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iPhone-Maker Rallies Workers After China Suicides

Young workers who normally spend their days assembling iPhones and other high-tech gadgets packed a stadium at their massive campus Wednesday, waving pompoms and shouting slogans at a rally to raise morale following a string of suicides at the company's heavily regimented factories.

The outreach to workers shows how the normally secretive Foxconn Technology Group has been shaken by the suicides and the bad press they have attracted.

"For a long period of time I think we were kind of blinded by our success," said Louis Woo, special assistant to Terry Gou, the founder of Foxconn's parent company. "We were kind of caught by surprise."

The company has already raised wages, hired counselors and installed safety nets on buildings to catch would-be jumpers. Other changes include job rotation so workers can try different tasks and grouping dorm assignments by home province so workers don't feel so isolated.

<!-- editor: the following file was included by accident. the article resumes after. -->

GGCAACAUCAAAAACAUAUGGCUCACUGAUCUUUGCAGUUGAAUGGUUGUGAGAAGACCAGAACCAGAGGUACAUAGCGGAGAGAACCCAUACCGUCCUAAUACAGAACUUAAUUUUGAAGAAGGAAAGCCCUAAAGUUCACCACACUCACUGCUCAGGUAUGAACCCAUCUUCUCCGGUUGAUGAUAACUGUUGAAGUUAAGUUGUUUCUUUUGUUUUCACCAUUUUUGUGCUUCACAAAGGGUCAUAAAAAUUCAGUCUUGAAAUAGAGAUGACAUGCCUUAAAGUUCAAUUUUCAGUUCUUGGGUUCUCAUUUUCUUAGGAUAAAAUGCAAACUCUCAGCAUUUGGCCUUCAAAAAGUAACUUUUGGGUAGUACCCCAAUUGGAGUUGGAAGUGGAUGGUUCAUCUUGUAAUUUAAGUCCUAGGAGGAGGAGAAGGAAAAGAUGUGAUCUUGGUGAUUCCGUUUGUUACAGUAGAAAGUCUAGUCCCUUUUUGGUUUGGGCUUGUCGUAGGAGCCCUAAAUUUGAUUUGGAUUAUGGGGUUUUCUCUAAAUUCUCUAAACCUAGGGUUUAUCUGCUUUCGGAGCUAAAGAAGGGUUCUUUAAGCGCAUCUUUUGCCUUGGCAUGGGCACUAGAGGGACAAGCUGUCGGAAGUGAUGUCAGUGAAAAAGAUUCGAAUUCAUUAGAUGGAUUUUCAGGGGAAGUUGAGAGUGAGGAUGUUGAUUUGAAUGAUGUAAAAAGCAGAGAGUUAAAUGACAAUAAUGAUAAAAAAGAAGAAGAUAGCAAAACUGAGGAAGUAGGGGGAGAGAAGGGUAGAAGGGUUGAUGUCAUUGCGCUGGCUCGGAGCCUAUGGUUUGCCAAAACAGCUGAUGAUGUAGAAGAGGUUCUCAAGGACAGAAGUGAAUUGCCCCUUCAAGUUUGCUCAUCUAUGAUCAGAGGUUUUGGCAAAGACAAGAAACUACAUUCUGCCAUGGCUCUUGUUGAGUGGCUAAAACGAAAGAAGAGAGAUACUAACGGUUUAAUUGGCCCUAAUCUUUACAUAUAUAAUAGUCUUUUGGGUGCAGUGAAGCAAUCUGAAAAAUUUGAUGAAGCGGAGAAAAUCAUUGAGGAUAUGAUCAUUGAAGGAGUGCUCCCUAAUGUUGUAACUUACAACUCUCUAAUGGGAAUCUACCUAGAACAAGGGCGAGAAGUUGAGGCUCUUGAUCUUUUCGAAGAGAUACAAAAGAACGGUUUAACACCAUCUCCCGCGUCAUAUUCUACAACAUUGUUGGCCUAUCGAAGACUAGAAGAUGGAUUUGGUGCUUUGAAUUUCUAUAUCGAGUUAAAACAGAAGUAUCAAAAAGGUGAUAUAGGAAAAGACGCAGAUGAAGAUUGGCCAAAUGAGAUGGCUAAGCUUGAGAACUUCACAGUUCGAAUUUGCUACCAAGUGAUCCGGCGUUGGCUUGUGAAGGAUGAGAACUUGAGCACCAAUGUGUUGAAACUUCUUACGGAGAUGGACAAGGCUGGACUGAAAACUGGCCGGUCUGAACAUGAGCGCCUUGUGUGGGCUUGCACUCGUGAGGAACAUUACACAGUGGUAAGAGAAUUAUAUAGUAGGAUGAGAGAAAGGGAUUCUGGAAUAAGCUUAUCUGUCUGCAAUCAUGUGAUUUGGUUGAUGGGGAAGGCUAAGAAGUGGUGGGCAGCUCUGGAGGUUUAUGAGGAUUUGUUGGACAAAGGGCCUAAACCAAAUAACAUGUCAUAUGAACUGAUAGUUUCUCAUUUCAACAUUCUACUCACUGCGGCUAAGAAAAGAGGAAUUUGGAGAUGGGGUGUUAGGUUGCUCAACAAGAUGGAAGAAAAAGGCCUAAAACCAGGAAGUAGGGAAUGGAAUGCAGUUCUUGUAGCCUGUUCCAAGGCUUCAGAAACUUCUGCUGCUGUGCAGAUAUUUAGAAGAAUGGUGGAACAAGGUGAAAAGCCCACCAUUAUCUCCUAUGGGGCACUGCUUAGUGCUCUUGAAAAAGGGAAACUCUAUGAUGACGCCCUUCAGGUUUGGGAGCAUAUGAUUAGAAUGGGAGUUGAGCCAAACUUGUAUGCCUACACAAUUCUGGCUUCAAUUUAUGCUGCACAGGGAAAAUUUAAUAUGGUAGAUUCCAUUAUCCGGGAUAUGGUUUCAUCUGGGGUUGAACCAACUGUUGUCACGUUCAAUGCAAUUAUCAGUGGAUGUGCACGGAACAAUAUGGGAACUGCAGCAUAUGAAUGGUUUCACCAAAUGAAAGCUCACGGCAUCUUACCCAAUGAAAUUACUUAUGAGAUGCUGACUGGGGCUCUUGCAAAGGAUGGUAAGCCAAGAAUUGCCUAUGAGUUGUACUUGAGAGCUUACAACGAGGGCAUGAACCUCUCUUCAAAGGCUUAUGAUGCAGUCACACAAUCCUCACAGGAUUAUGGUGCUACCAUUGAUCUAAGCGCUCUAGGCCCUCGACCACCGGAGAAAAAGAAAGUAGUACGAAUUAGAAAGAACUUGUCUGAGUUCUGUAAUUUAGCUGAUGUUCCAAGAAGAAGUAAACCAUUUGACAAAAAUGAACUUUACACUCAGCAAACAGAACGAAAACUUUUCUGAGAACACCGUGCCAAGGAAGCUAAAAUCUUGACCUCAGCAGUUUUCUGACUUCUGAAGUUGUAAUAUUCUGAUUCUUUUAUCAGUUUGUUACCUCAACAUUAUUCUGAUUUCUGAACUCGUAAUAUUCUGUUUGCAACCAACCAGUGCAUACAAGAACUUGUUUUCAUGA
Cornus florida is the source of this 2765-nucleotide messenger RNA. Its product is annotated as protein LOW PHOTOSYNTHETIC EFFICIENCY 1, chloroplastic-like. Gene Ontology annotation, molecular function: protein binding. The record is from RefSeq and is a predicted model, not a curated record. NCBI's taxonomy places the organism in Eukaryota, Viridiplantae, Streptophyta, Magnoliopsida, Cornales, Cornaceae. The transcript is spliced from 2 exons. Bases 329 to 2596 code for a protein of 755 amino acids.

However, Woo acknowledged there will be challenges in preventing such tragedies in a work force of 920,000 spread across 16 factories in China, all of which are to have morale boosting rallies. Woo said he expected the company will grow to 1.3 million workers sometime next year.

"No matter how hard we try, such things will continue to happen," he said.

The rally Wednesday took place at Foxconn's mammoth industrial park in Shenzhen, which employs 300,000 and where most of the suicides have taken place. The latest suicide — the 12th this year — occurred Aug. 4 when a 22-year-old woman jumped from her factory dormitory in eastern Jiangsu province.

Twenty thousand workers dressed in costumes ranging from cheerleader outfits to Victorian dresses filled the stadium at the factory complex, which was decorated with colorful flags bearing messages such as "Treasure your life, love your family." The workers chanted similar slogans and speakers described their career development at Foxconn.